Commodity Supplemental Food Program
The Commodity Supplemental Food Program (CSFP) works to improve the health of low-income elderly persons at least 60 years of age by supplementing their diets with nutritious U.S Department of Agriculture (USDA) foods and providing basic nutrition ed...
What is Commodity Supplemental Food Program?
The Commodity Supplemental Food Program (CSFP) works to improve the health of low-income elderly persons at least 60 years of age by supplementing their diets with nutritious, 100 percent domestic USDA Foods.
CSFP is administered at the Federal level by the Food and Nutrition Service (FNS), an agency of the U.S. Department of Agriculture. Through CSFP, USDA distributes both food and administrative funds to participating States and Indian Tribal Organizations (ITOs). CSFP food packages are not intended to comprise a complete diet, but rather are good sources of the nutrients typically lacking in the diets of the target population.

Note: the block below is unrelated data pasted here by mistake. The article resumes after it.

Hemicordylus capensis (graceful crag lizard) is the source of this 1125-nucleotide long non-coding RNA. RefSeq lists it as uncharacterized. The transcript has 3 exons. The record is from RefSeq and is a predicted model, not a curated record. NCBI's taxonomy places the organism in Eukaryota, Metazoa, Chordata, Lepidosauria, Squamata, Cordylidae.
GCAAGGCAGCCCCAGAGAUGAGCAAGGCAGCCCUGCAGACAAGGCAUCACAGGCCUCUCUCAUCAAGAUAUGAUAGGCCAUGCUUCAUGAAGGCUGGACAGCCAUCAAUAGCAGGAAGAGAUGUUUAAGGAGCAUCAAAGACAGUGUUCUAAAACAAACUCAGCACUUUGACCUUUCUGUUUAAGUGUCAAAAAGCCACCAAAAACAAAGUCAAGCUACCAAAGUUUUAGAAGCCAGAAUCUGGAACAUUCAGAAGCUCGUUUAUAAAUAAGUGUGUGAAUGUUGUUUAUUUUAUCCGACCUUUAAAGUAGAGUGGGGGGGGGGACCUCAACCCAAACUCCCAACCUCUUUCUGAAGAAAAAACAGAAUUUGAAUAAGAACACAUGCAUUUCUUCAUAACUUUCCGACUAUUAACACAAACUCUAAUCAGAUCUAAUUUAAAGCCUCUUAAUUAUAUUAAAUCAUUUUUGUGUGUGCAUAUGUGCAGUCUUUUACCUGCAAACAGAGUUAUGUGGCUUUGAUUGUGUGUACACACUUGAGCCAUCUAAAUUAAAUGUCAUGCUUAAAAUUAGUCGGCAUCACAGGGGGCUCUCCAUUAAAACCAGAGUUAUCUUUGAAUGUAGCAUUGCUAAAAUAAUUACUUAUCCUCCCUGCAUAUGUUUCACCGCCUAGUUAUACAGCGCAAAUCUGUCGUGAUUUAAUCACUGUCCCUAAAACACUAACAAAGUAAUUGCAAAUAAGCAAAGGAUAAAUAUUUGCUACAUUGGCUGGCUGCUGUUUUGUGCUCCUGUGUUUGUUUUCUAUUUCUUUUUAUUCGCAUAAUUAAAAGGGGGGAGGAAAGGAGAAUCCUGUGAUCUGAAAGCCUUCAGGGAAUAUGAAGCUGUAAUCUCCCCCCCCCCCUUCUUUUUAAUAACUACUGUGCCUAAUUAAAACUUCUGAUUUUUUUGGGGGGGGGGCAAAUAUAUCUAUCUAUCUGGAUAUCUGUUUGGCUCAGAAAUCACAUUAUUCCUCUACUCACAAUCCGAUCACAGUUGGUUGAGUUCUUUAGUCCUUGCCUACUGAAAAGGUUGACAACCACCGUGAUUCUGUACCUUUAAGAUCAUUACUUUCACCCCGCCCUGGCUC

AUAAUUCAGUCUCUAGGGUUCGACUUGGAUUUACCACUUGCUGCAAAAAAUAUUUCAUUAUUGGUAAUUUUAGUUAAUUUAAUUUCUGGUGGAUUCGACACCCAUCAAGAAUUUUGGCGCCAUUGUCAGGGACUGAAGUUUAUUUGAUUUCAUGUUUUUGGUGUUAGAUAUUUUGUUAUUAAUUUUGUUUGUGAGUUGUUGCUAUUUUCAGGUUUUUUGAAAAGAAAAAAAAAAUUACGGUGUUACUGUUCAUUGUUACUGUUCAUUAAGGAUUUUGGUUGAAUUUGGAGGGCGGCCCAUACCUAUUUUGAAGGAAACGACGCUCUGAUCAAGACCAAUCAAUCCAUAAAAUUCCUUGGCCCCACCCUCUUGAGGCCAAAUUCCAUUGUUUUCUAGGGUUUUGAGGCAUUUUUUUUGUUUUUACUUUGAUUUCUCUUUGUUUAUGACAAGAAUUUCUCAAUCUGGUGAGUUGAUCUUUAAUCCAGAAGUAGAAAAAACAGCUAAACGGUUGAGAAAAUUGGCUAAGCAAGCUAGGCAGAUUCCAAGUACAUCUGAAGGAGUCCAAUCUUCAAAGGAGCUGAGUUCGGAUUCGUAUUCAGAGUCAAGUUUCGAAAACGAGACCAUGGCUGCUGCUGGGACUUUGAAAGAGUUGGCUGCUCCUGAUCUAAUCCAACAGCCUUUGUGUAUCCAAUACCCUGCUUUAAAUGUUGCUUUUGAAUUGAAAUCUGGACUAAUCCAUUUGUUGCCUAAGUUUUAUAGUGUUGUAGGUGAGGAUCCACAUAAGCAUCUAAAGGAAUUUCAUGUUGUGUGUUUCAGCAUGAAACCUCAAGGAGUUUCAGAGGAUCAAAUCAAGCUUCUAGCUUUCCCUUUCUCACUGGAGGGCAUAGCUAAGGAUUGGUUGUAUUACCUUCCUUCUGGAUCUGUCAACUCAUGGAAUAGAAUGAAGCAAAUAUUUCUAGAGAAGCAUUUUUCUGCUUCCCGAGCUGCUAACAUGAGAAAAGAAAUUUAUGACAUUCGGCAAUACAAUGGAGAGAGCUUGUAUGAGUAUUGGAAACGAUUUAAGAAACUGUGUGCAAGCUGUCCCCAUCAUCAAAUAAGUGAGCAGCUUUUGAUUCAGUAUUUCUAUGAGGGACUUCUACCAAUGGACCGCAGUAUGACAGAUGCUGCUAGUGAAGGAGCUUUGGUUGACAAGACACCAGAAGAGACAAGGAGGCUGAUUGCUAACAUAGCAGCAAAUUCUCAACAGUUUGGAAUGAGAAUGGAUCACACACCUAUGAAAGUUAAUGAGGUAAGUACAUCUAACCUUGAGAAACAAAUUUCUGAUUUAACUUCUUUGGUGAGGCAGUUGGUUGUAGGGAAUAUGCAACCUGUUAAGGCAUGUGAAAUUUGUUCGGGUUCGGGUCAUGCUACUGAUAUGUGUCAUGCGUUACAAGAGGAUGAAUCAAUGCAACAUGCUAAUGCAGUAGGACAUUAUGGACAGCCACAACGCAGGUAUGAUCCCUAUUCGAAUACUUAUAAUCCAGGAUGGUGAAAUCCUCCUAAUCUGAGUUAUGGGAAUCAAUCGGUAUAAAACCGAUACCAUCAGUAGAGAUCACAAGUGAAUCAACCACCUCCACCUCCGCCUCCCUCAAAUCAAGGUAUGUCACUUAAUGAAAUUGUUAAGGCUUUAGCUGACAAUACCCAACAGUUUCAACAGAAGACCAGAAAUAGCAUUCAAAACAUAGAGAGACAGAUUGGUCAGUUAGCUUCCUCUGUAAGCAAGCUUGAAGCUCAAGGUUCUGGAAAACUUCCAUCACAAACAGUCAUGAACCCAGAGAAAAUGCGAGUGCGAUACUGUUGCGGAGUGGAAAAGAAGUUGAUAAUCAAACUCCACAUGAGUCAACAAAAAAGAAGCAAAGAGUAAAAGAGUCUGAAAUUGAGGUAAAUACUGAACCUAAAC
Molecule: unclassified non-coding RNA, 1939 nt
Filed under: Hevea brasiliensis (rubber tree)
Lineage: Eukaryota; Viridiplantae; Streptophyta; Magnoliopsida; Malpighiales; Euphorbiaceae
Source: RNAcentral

To be eligible for the program, individuals must be at least 60 years of age.
States also establish income guidelines to determine program eligibility, which must be set at or below 130 percent of Federal poverty income guidelines.
States may require that participants be at nutritional risk, as determined by a physician or local agency staff. States may also require that an individual reside within the service area of the local agency at the time they apply for program benefits. However, States may not require that the individual reside within the area for any fixed period of time.
What is the application process for Commodity Supplemental Food Program?
An applicant should consult the office or official designated as the point of contact in his or her State for more information on applying for assistance. A list of State contacts may be found on the Food Distribution website.